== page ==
language: eng
source:
identifier: ISSN: 0032-079X
fulltext: no_fulltext
issn:
  • 0032-079X
  • 1573-5036
url: Link


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titleMolecular characterization of nitrogen fixing microsymbionts from root nodules of Vachellia (Acacia) jacquemontii, a native legume from the Thar Desert of India
creatorSankhla, Indu Singh ; Tak, Nisha ; Meghwal, Raju Ram ; Choudhary, Sunil ; Tak, Alkesh ; Rathi, Sonam ; Sprent, Janet I ; James, Euan K ; Gehlot, Hukam Singh
creatorcontribSankhla, Indu Singh ; Tak, Nisha ; Meghwal, Raju Ram ; Choudhary, Sunil ; Tak, Alkesh ; Rathi, Sonam ; Sprent, Janet I ; James, Euan K ; Gehlot, Hukam Singh
descriptionAims To describe the structure of nodules of Vachellia (Acacia ) jacquemontii, and to characterise the rhizobia that occupy them. Methods Light and electron microscopy were used to analyse nodules. Rhizobia were characterised using their 16S rRNA, housekeeping and symbiosis-related gene sequences. Results Nodules of V. jacquemontii were typical of all other described mimosoid legumes. All 73 of the isolates were strains of Ensifer, and concatenated phylogenetic analysis of their housekeeping genes (rrs, recA, atpD, glnII and dnaK) suggested that they are novel, forming separate lineages close to E. saheli. The phytogenies of the symbiosis-essential genes nodA and nifH were inconsistent with the housekeeping phylogenies. The nodA sequences of most isolates were close to that of E. arboris HAMBI 1552T, but the nifH gene was found to be related to that of E. kostiensis HAMBI 1489T. All the tested Ensifer strains, except for AJ24, were found to be capable of nodulating other species of Vachellia as well as native Indian Mimosa and Prosopis spp. Conclusions Stressful conditions caused by the alkaline soil of the Thar Desert have resulted in V. jacquemontii being nodulated by diverse and promiscuous Ensifer species that are capable of nodulating other native members of the tribe Mimoseae.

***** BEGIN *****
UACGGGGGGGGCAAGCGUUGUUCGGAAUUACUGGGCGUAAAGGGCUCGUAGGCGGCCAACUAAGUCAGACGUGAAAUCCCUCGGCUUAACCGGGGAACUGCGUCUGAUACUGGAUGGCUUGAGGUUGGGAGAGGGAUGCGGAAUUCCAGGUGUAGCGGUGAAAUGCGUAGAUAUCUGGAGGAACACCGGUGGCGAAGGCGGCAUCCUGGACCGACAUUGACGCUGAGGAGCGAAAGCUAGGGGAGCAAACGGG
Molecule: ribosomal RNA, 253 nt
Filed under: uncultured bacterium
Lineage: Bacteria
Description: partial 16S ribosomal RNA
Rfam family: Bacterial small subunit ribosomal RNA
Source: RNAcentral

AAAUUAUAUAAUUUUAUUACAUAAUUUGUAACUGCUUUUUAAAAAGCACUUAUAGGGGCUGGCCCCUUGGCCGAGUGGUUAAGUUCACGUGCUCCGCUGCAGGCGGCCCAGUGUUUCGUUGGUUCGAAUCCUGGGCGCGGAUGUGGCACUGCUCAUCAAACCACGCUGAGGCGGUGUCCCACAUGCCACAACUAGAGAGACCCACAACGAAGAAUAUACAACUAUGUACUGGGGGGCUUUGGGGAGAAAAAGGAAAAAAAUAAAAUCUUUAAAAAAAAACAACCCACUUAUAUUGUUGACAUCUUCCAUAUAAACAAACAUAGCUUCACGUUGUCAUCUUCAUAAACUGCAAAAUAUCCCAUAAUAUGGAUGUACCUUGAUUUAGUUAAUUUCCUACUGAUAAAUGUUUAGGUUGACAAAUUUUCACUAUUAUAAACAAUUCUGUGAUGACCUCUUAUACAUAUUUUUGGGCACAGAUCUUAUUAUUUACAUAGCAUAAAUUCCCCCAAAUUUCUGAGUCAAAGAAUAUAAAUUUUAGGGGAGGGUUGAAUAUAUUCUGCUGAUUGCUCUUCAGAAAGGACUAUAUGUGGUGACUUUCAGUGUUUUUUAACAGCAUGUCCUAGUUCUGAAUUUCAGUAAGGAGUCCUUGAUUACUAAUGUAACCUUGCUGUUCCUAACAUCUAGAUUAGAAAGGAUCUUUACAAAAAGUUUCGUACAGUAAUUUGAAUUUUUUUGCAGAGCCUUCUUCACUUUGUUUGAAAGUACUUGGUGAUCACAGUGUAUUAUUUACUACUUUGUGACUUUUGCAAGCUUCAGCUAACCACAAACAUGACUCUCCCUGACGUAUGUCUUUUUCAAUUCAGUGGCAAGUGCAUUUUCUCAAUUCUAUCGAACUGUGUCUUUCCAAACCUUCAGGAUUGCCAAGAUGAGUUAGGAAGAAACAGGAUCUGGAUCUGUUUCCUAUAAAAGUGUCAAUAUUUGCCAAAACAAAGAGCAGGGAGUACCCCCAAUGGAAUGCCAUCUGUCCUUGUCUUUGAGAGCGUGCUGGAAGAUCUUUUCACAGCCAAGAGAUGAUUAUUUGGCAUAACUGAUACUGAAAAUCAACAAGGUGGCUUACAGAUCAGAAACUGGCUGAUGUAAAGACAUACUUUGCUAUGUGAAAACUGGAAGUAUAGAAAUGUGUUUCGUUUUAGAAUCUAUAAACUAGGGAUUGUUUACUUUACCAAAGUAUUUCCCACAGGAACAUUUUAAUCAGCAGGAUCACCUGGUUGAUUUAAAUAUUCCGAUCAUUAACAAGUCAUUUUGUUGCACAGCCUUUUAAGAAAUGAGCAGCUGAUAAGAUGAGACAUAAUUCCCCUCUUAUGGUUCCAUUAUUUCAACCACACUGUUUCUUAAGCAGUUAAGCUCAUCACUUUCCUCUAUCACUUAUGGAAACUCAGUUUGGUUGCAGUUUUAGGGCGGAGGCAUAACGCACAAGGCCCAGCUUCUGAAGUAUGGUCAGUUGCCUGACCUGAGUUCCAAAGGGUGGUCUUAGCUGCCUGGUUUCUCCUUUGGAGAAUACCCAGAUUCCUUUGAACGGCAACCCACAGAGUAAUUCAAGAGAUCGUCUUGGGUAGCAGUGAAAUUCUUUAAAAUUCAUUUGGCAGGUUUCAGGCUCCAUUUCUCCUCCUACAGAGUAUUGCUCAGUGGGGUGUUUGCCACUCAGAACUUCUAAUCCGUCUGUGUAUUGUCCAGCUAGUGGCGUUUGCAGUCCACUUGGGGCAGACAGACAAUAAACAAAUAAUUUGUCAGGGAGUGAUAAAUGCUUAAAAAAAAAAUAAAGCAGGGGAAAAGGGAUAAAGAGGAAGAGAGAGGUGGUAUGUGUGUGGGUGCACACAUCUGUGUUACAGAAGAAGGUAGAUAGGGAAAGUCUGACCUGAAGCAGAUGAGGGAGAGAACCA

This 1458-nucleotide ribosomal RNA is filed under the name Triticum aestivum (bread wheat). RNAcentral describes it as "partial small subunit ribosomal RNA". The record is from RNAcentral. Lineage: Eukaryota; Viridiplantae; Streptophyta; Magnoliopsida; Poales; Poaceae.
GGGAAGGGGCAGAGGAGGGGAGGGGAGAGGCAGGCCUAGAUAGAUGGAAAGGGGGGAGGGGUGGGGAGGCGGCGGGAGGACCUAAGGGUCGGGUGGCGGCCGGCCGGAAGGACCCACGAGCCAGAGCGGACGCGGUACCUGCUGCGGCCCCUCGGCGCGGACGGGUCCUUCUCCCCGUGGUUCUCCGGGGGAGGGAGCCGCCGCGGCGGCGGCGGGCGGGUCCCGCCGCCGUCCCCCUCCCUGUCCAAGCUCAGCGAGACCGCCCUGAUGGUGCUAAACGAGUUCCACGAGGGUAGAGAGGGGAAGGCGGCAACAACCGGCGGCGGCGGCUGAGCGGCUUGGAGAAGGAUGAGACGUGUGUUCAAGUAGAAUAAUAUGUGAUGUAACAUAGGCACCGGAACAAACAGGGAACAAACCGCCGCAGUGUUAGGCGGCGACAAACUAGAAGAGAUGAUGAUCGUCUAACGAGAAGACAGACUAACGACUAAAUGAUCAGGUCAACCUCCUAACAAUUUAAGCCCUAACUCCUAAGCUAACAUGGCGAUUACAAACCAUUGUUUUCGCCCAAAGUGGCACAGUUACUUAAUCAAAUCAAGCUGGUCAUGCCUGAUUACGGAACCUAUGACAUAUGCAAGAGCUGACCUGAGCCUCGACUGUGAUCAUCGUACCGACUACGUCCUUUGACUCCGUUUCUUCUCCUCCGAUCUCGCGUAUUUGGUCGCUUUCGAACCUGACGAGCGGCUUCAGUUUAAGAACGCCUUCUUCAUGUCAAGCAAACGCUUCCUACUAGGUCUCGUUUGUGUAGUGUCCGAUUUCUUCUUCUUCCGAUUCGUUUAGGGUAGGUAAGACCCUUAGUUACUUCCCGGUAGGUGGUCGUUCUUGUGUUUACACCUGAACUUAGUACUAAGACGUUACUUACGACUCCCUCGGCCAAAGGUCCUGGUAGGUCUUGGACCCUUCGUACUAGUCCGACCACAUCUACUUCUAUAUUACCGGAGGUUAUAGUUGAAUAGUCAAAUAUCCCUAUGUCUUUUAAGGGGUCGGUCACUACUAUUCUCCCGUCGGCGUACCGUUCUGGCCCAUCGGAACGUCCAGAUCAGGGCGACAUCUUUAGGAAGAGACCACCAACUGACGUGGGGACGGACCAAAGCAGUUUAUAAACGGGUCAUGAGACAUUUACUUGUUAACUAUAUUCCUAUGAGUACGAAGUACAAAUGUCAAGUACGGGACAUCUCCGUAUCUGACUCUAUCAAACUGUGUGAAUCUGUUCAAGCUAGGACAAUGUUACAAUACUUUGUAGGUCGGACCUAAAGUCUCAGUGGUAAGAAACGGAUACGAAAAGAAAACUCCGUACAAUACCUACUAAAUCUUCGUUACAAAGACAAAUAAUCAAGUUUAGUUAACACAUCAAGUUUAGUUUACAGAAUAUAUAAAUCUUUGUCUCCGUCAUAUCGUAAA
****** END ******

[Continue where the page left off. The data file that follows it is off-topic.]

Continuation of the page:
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subjectAcacia ; Bacteria ; Bacteria, Nitrifying ; Beans ; Biomedical and Life Sciences ; Deserts ; Diseases and pests ; Ecology ; Health aspects ; Legumes ; Life Sciences ; Microscopy ; Mimosa ; Mimosaceae ; Mimoseae ; Nitrogen ; Phylogenetics ; Plant Physiology ; Plant Sciences ; Prosopis ; Regular Article ; Soil Science & Conservation ; Symbiosis
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descriptionAims To describe the structure of nodules of Vachellia (Acacia ) jacquemontii, and to characterise the rhizobia that occupy them. Methods Light and electron microscopy were used to analyse nodules. Rhizobia were characterised using their 16S rRNA, housekeeping and symbiosis-related gene sequences. Results Nodules of V. jacquemontii were typical of all other described mimosoid legumes. All 73 of the isolates were strains of Ensifer, and concatenated phylogenetic analysis of their housekeeping genes (rrs, recA, atpD, glnII and dnaK) suggested that they are novel, forming separate lineages close to E. saheli. The phytogenies of the symbiosis-essential genes nodA and nifH were inconsistent with the housekeeping phylogenies. The nodA sequences of most isolates were close to that of E. arboris HAMBI 1552T, but the nifH gene was found to be related to that of E. kostiensis HAMBI 1489T. All the tested Ensifer strains, except for AJ24, were found to be capable of nodulating other species of Vachellia as well as native Indian Mimosa and Prosopis spp. Conclusions Stressful conditions caused by the alkaline soil of the Thar Desert have resulted in V. jacquemontii being nodulated by diverse and promiscuous Ensifer species that are capable of nodulating other native members of the tribe Mimoseae.